Obesity and diabetes



Studies on the link between sugars and diabetes are inconclusive, with some suggesting that eating excessive amounts of sugar does not increase the risk of diabetes, although the extra calories from consuming large amounts of sugar can lead to obesity, which may itself increase the risk of developing this metabolic disease. Other studies show correlation between refined sugar (free sugar) consumption and the onset of diabetes, and negative correlation with the consumption of fiber. These included a 2010 meta-analysis of eleven studies involving 310,819 participants and 15,043 cases of type 2 diabetes. This found that "SSBs (sugar-sweetened beverages) may increase the risk of metabolic syndrome and type 2 diabetes not only through obesity but also by increasing dietary glycemic load, leading to insulin resistance, ?-cell dysfunction, and inflammation". As an overview to consumption related to chronic disease and obesity, the World Health Organization's independent meta-studies specifically distinguish free sugars ("all monosaccharides and disaccharides added to foods by the manufacturer, cook or consumer, plus sugars naturally present in honey, syrups and fruit juices") from sugars occurring naturally in food. The reports prior to 2000 set the limits for free sugars at a maximum of 10% of carbohydrate intake, measured by energy, rather than mass, and since 2002] have aimed for a level across the entire population of less than 10%. The consultation committee recognized that this goal is "controversial. However, the Consultation considered that the studies showing no effect of free sugars on excess weight have limitations."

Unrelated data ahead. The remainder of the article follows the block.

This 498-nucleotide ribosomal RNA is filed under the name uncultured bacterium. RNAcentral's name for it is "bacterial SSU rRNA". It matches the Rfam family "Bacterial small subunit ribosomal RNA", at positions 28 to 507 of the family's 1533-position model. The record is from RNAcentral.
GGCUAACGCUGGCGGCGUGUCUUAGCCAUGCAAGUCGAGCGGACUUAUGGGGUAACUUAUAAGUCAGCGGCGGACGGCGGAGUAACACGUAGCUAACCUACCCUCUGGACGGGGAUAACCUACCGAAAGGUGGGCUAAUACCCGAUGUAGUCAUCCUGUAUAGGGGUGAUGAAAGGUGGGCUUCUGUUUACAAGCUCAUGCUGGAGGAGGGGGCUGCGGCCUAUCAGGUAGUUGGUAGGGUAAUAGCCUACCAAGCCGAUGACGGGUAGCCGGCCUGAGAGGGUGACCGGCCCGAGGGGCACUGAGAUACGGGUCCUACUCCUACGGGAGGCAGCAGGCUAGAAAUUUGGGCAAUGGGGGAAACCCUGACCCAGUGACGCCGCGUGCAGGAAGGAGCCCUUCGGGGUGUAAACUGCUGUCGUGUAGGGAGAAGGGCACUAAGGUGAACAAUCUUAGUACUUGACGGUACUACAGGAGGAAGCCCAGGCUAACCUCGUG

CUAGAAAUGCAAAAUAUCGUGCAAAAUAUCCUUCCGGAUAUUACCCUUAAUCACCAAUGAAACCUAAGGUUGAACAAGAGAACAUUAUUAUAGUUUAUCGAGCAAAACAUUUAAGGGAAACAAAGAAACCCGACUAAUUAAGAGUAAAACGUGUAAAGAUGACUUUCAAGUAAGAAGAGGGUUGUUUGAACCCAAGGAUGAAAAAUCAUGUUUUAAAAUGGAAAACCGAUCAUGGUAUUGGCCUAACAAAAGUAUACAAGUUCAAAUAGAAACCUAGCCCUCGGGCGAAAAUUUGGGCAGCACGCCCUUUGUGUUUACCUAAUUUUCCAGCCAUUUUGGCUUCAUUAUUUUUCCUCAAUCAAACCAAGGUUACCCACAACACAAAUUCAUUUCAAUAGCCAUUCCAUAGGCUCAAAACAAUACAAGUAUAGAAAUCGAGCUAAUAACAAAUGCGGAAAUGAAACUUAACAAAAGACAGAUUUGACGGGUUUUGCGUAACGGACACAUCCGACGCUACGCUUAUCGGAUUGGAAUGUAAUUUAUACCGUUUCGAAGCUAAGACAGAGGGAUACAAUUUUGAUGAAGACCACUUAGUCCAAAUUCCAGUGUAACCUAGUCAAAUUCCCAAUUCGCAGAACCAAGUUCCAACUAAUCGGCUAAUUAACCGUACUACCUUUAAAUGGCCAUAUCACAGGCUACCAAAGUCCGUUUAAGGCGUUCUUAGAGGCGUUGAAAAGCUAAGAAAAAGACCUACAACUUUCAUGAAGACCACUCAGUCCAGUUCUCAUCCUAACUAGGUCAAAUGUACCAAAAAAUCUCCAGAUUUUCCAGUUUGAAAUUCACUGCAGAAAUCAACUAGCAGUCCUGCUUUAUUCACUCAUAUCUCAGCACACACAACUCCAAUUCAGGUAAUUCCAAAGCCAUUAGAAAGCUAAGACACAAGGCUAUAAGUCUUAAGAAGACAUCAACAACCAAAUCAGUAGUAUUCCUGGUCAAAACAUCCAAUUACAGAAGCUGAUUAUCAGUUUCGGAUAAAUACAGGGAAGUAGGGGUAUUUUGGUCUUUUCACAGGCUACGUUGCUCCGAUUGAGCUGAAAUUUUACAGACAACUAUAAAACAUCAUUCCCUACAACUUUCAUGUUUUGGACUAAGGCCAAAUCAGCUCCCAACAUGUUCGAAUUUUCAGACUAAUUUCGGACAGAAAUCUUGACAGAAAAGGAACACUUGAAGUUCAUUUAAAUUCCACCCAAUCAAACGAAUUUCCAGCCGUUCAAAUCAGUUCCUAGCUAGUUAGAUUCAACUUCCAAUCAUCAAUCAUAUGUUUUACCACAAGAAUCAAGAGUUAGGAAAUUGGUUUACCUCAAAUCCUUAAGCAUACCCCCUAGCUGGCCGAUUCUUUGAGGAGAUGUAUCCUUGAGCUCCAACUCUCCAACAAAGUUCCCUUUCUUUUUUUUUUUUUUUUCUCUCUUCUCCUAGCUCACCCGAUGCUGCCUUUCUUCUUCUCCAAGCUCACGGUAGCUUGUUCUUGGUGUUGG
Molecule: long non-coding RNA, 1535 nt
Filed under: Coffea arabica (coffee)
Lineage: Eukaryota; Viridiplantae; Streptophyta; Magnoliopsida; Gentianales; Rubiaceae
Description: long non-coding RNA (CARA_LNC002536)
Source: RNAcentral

Cardiovascular disease